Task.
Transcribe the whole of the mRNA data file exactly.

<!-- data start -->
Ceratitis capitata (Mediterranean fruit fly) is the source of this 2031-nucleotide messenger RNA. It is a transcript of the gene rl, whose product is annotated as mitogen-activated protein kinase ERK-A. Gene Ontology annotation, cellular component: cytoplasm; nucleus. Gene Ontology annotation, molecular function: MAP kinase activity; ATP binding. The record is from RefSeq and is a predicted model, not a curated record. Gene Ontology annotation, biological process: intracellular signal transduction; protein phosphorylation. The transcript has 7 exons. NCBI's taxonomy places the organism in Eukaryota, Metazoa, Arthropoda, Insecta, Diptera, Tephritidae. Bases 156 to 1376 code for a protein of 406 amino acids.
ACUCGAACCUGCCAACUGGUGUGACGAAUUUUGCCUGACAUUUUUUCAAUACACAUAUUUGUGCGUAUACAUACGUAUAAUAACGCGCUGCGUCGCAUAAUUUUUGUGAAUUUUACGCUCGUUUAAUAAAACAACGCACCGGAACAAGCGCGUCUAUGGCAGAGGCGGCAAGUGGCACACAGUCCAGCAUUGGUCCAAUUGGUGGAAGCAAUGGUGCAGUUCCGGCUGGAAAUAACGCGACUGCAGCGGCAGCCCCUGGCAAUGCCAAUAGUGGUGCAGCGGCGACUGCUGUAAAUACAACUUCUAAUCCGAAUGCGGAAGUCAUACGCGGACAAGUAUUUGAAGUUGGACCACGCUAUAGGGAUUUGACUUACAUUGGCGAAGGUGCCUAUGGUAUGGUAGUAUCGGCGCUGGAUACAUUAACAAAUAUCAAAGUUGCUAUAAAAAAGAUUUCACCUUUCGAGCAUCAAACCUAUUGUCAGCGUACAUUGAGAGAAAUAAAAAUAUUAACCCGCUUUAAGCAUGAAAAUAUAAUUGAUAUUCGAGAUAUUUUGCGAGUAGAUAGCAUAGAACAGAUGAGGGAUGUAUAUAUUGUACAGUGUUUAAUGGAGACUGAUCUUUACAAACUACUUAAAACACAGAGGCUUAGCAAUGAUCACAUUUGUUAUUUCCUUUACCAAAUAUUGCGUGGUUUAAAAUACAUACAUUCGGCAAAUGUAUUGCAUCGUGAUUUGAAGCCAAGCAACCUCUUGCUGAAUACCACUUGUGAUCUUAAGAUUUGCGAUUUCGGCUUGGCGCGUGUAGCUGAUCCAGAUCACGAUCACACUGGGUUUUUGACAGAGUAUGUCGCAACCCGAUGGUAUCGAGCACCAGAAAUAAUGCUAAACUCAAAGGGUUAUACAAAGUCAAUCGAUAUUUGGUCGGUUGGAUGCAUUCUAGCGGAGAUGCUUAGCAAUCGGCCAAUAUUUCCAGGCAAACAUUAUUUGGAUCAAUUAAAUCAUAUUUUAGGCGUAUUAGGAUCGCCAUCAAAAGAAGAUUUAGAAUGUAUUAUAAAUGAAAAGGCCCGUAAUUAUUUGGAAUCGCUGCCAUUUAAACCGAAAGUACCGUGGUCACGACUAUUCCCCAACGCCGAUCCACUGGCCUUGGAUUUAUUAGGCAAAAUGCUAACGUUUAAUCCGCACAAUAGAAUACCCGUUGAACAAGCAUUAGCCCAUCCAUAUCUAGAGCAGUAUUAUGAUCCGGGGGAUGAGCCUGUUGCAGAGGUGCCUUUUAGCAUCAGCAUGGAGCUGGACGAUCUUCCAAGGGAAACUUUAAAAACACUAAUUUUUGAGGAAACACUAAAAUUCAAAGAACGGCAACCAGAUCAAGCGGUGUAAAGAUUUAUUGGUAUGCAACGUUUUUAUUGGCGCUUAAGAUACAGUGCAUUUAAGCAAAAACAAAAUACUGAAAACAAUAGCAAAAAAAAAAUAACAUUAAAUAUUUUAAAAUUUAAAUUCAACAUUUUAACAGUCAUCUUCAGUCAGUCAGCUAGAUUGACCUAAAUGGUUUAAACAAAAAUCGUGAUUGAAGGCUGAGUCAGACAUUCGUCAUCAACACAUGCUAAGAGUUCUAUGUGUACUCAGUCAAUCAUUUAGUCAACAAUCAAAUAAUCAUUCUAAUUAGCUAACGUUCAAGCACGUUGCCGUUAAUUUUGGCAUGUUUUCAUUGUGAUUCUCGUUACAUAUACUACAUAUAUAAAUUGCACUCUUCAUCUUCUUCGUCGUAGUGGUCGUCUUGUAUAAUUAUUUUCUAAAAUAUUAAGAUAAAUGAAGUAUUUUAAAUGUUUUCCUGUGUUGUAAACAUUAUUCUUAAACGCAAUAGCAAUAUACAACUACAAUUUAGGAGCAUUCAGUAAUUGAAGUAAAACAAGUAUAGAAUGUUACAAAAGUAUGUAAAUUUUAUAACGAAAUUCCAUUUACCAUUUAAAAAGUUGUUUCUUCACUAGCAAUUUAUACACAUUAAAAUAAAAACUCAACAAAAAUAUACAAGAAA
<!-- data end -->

Ceratitis capitata (Mediterranean fruit fly) is the source of this 2031-nucleotide messenger RNA. It is a transcript of the gene rl, whose product is annotated as mitogen-activated protein kinase ERK-A. Gene Ontology annotation, cellular component: cytoplasm; nucleus. Gene Ontology annotation, molecular function: MAP kinase activity; ATP binding. The record is from RefSeq and is a predicted model, not a curated record. Gene Ontology annotation, biological process: intracellular signal transduction; protein phosphorylation. The transcript has 7 exons. NCBI's taxonomy places the organism in Eukaryota, Metazoa, Arthropoda, Insecta, Diptera, Tephritidae. Bases 156 to 1376 code for a protein of 406 amino acids.
ACUCGAACCUGCCAACUGGUGUGACGAAUUUUGCCUGACAUUUUUUCAAUACACAUAUUUGUGCGUAUACAUACGUAUAAUAACGCGCUGCGUCGCAUAAUUUUUGUGAAUUUUACGCUCGUUUAAUAAAACAACGCACCGGAACAAGCGCGUCUAUGGCAGAGGCGGCAAGUGGCACACAGUCCAGCAUUGGUCCAAUUGGUGGAAGCAAUGGUGCAGUUCCGGCUGGAAAUAACGCGACUGCAGCGGCAGCCCCUGGCAAUGCCAAUAGUGGUGCAGCGGCGACUGCUGUAAAUACAACUUCUAAUCCGAAUGCGGAAGUCAUACGCGGACAAGUAUUUGAAGUUGGACCACGCUAUAGGGAUUUGACUUACAUUGGCGAAGGUGCCUAUGGUAUGGUAGUAUCGGCGCUGGAUACAUUAACAAAUAUCAAAGUUGCUAUAAAAAAGAUUUCACCUUUCGAGCAUCAAACCUAUUGUCAGCGUACAUUGAGAGAAAUAAAAAUAUUAACCCGCUUUAAGCAUGAAAAUAUAAUUGAUAUUCGAGAUAUUUUGCGAGUAGAUAGCAUAGAACAGAUGAGGGAUGUAUAUAUUGUACAGUGUUUAAUGGAGACUGAUCUUUACAAACUACUUAAAACACAGAGGCUUAGCAAUGAUCACAUUUGUUAUUUCCUUUACCAAAUAUUGCGUGGUUUAAAAUACAUACAUUCGGCAAAUGUAUUGCAUCGUGAUUUGAAGCCAAGCAACCUCUUGCUGAAUACCACUUGUGAUCUUAAGAUUUGCGAUUUCGGCUUGGCGCGUGUAGCUGAUCCAGAUCACGAUCACACUGGGUUUUUGACAGAGUAUGUCGCAACCCGAUGGUAUCGAGCACCAGAAAUAAUGCUAAACUCAAAGGGUUAUACAAAGUCAAUCGAUAUUUGGUCGGUUGGAUGCAUUCUAGCGGAGAUGCUUAGCAAUCGGCCAAUAUUUCCAGGCAAACAUUAUUUGGAUCAAUUAAAUCAUAUUUUAGGCGUAUUAGGAUCGCCAUCAAAAGAAGAUUUAGAAUGUAUUAUAAAUGAAAAGGCCCGUAAUUAUUUGGAAUCGCUGCCAUUUAAACCGAAAGUACCGUGGUCACGACUAUUCCCCAACGCCGAUCCACUGGCCUUGGAUUUAUUAGGCAAAAUGCUAACGUUUAAUCCGCACAAUAGAAUACCCGUUGAACAAGCAUUAGCCCAUCCAUAUCUAGAGCAGUAUUAUGAUCCGGGGGAUGAGCCUGUUGCAGAGGUGCCUUUUAGCAUCAGCAUGGAGCUGGACGAUCUUCCAAGGGAAACUUUAAAAACACUAAUUUUUGAGGAAACACUAAAAUUCAAAGAACGGCAACCAGAUCAAGCGGUGUAAAGAUUUAUUGGUAUGCAACGUUUUUAUUGGCGCUUAAGAUACAGUGCAUUUAAGCAAAAACAAAAUACUGAAAACAAUAGCAAAAAAAAAAUAACAUUAAAUAUUUUAAAAUUUAAAUUCAACAUUUUAACAGUCAUCUUCAGUCAGUCAGCUAGAUUGACCUAAAUGGUUUAAACAAAAAUCGUGAUUGAAGGCUGAGUCAGACAUUCGUCAUCAACACAUGCUAAGAGUUCUAUGUGUACUCAGUCAAUCAUUUAGUCAACAAUCAAAUAAUCAUUCUAAUUAGCUAACGUUCAAGCACGUUGCCGUUAAUUUUGGCAUGUUUUCAUUGUGAUUCUCGUUACAUAUACUACAUAUAUAAAUUGCACUCUUCAUCUUCUUCGUCGUAGUGGUCGUCUUGUAUAAUUAUUUUCUAAAAUAUUAAGAUAAAUGAAGUAUUUUAAAUGUUUUCCUGUGUUGUAAACAUUAUUCUUAAACGCAAUAGCAAUAUACAACUACAAUUUAGGAGCAUUCAGUAAUUGAAGUAAAACAAGUAUAGAAUGUUACAAAAGUAUGUAAAUUUUAUAACGAAAUUCCAUUUACCAUUUAAAAAGUUGUUUCUUCACUAGCAAUUUAUACACAUUAAAAUAAAAACUCAACAAAAAUAUACAAGAAA